In the novel, the reader is allowed to travel along with Kim and his master the Lama all over northern India, where they are constantly reminded of how life can take a very different path when one least expects it. The Grand Trunk Road along which Kim and his Lama travel could be seen as a symbol of the River of the Arrow, the object of their quest.
When Kim was first conceived, Kipling has just married Catherine and was eagerly awaiting the birth of their first child while living in Vermont. For Kipling, this was a time of much inner contemplation and his thoughts were invariably directed to the two subjects closest to his heart, being childhood and India. Like most writers, Kipling distanced himself, at least in his mind, from all the turmoil and tragedy that was occurring in India during the early years of the 20th century with most of it centered on Indian independence from Great Britain which was accomplished with the arrival of Gandhi. Through this ability, Kipling allowed the narrative to flow uninterrupted which gave the novel a feeling of openness and freshness.
In addition, Kim is replete with instances where the child/adult relationship is reversed, especially in regard to the relationship between Kim and his Lama. During their travels, Kim proves many times that he is more practical and effective than his revered Lama. For instance, Kim understands how the trains work, knows the best ways to beg for food and even reacted like an adult when the Russian attacked the Lama.
Also, Kim displays his abilities concerning language, for he acts as an interpreter between the Lama and two regimental chaplains, neither of which can communicate effectively without the assistance of Kim. Also, Kim is a very worldly young boy, due to feeling at home wherever he ends up in his travels. This ability is undoubtedly a reflection of Kipling himself, for as a young boy in India, he experienced many cultural differences and had to adjust to life's endless changes and challenges in a land far removed from the typical propriety and gentility of Victorian England.
After his experiences in the Boer War, Kipling returned once again to England and took up residence in the seaside village of Rottingdean, a place filled with lush grasslands and verdant meadows which Kipling soon came to love and appreciate. By now, Rudyard Kipling was a wealthy man, due to the great popularity of his Barrack-Room Ballads and his most famous literary character, namely Gunga Din.
When World War I broke out in 1914, Kipling found himself not only famous as a literary master but also for his often controversial opinions on English politics. Personally, Kipling considered himself to be an imperialist, meaning that he supported and defended England's God-given right to invade, conquer and dominate all other nations, especially his beloved India which was under British rule up until the middle years of the 20th century. However, prior to World War I, Kipling received one of his greatest honors -- the Nobel Prize for Literature which was considered quite appropriate for such a literary master as Kipling despite his personal opinions on British imperialism.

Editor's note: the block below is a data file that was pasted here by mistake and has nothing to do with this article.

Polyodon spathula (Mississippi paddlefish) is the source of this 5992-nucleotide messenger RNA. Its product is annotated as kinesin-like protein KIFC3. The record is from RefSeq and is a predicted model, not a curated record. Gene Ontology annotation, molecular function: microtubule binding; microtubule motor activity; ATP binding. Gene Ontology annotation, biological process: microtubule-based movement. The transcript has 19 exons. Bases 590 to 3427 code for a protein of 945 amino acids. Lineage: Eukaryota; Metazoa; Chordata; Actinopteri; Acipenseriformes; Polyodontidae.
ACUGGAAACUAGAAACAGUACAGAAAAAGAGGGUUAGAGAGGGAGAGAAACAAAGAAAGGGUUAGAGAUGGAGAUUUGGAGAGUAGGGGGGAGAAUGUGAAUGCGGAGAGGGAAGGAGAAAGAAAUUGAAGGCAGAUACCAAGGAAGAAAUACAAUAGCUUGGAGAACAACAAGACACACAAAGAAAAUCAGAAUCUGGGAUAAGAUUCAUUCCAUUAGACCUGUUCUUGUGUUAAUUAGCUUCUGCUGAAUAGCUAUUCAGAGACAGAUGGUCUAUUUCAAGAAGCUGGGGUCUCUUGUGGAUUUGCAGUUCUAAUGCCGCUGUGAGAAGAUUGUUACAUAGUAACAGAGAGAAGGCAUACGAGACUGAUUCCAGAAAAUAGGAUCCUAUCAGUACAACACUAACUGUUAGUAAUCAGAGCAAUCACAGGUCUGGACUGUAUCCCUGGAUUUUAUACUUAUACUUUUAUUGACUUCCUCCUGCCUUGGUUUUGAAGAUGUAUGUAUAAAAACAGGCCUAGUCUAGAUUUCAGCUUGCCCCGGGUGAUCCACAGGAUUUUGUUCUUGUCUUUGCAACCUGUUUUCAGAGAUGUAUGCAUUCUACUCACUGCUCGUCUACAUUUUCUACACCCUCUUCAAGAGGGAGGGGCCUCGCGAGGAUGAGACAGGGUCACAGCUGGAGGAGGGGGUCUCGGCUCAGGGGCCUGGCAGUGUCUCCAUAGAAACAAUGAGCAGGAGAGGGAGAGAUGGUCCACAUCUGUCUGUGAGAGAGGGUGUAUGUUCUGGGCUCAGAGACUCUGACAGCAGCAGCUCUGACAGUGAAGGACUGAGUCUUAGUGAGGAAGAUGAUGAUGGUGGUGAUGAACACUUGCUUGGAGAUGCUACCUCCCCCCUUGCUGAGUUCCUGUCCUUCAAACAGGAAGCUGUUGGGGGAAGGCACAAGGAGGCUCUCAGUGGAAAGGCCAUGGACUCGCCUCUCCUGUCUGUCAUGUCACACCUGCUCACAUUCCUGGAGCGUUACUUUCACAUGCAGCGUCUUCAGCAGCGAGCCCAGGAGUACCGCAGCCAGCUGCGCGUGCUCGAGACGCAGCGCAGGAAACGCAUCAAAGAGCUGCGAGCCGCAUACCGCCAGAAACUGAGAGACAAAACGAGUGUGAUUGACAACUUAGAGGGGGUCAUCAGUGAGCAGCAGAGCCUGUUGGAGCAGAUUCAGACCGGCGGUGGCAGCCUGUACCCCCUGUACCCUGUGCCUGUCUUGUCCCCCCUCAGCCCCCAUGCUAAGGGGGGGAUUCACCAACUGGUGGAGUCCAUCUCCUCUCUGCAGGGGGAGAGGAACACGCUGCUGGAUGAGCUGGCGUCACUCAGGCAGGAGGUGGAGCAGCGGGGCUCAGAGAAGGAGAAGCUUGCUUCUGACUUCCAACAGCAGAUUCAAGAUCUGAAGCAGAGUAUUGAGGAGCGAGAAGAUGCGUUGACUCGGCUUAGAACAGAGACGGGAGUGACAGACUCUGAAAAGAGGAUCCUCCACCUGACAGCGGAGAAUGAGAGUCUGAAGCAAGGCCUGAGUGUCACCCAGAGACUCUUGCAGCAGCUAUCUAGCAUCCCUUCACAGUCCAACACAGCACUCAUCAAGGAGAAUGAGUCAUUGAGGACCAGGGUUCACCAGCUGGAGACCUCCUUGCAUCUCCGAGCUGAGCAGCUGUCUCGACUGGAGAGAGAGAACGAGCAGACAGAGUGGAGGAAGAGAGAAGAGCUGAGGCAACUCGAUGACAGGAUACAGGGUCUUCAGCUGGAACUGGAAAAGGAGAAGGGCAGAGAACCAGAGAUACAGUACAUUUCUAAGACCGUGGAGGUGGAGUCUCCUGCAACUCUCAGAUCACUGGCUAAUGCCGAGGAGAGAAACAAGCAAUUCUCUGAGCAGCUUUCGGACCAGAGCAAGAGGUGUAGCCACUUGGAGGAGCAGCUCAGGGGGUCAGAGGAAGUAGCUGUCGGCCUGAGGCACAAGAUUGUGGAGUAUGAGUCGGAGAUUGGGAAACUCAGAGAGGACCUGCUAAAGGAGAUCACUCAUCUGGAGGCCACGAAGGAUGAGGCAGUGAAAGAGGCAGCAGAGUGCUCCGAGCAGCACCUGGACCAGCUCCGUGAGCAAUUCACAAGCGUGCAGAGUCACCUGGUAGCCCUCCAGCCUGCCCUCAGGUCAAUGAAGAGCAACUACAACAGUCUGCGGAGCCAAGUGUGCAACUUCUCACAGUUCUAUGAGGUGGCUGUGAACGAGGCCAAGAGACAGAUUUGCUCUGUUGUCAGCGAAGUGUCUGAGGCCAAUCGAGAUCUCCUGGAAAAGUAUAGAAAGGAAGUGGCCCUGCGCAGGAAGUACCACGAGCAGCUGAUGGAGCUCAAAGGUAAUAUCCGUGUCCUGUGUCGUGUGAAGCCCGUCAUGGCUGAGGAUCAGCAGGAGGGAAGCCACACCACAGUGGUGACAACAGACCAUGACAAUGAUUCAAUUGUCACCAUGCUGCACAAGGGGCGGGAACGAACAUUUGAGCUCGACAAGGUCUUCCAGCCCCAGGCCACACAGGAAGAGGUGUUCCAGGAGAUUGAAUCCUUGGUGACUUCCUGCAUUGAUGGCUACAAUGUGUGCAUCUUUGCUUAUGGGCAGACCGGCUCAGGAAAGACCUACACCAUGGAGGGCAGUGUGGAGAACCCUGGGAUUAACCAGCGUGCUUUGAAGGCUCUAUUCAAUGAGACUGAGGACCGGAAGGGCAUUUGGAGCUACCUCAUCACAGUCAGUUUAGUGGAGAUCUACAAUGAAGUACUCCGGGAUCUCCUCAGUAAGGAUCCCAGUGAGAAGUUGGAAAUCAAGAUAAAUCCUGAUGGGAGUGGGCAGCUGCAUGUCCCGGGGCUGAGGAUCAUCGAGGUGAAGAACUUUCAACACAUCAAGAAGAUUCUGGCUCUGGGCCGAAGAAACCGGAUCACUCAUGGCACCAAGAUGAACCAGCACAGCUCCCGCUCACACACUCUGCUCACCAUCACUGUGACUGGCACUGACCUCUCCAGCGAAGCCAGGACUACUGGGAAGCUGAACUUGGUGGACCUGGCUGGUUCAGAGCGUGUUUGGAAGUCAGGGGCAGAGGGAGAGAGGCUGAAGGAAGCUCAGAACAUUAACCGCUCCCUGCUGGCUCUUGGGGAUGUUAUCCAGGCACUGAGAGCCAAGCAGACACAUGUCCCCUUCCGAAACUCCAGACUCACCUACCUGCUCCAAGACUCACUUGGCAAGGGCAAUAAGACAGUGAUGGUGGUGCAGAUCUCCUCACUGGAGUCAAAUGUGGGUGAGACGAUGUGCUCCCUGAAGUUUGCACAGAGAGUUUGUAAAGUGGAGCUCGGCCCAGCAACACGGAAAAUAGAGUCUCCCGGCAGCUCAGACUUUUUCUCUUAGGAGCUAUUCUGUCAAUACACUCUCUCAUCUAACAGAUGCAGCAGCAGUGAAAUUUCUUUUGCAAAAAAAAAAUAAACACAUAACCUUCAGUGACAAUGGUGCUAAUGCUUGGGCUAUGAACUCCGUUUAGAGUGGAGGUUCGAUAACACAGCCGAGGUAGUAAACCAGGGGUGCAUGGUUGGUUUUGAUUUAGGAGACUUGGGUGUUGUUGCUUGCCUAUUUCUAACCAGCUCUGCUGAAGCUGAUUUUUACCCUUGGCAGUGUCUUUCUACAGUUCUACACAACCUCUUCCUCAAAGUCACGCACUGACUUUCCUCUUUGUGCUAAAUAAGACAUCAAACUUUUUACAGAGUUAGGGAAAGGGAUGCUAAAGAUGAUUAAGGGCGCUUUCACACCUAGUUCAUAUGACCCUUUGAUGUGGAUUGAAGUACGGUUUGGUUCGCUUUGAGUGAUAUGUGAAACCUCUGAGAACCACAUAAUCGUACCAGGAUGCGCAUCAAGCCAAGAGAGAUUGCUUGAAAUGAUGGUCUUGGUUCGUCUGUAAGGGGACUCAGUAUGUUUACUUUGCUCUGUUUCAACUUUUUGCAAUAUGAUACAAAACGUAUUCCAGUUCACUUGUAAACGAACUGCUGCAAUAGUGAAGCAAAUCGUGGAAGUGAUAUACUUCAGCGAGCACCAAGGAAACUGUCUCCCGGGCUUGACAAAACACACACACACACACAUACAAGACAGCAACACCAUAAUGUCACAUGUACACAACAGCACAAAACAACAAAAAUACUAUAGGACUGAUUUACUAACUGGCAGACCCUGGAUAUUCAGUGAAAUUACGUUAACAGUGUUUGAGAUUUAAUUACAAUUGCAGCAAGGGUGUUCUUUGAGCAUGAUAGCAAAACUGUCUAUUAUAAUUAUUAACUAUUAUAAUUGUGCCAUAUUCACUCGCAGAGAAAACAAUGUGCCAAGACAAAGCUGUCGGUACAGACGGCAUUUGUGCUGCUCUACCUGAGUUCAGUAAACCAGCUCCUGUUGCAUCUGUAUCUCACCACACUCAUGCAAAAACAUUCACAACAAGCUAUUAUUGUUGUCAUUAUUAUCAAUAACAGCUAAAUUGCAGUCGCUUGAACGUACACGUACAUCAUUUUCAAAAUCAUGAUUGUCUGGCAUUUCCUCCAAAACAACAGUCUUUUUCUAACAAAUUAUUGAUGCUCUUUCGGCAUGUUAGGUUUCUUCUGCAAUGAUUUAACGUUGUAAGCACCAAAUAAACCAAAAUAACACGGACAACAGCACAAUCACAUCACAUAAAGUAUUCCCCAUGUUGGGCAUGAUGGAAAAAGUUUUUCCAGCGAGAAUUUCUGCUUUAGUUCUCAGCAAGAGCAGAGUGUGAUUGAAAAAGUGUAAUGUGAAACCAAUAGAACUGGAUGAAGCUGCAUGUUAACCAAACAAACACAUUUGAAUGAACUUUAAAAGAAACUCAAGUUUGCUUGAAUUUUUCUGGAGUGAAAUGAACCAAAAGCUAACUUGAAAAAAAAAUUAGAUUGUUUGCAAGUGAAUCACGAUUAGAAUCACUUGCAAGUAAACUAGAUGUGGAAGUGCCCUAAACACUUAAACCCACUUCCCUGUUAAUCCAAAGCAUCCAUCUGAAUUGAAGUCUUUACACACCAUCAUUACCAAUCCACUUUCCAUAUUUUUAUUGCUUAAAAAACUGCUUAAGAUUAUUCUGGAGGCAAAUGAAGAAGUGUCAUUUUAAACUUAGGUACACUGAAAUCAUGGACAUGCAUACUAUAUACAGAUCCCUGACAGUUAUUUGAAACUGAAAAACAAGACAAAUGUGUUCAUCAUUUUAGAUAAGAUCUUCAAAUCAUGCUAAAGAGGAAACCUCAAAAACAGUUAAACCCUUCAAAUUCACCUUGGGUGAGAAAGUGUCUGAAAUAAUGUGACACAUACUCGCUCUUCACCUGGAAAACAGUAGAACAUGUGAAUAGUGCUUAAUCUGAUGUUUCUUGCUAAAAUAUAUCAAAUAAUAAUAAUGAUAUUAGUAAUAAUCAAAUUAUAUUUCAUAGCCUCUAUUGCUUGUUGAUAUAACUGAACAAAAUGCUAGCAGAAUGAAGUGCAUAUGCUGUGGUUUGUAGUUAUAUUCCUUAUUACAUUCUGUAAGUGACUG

Between 1913 and 1923, Kipling wrote two plays, the Harbor Watch (1913) and the Return of Imray (1914); however, his skills as a playwright were obviously not as prominent as that of a novelist, for these two plays were criticized and failed miserably. While the ear was raging in Europe, Kipling took it upon himself to become a propagandist for the cause of England in the "Great War" through the writing of several politically-motivated books. One of these, the Irish Guards in the Great War, was rather prophetic, for Kipling's only son had been killed in action as part of this Irish regiment.
Some of Kipling's later works include Debits and Credits (1926), Thy Servant a Dog (1930) and Limits and Renewals (1932). On January 18, 1936, at the age of seventy, Rudyard Kilping died after a short illness, leaving behind his daughter Elsie.
As an author, Rudyard Kipling deserves much more praise and recognition than he has received recently. After all, by the time he was thirty-three years old, he had written and published thirteen books, comprised of poetry, novels and short story collections. Some of his best work was also accomplished at this age, such as Barrack-Room Ballads, the Jungle Book, Captains Courageous and the Second Jungle Book. As a literary specialist, Kipling has been noted for inventing India as a literary subject, at least in the West, admired for his poetical output, classed as an innovator of children's literature, and viewed as one of the leading exponents of the short story format.
In addition to his Nobel award for literature, Kipling received many high honors in a number of fields which only increases his importance in English letters. In 1926, he was given the Gold Medal of the Royal Society of Literature which placed him in a very influential group of authors, such as Sir Walter Scott and Thomas Hardy. Kipling also received honorary degrees from Oxford, Cambridge, the University of Edinburgh and several other prestigious schools. Thus,…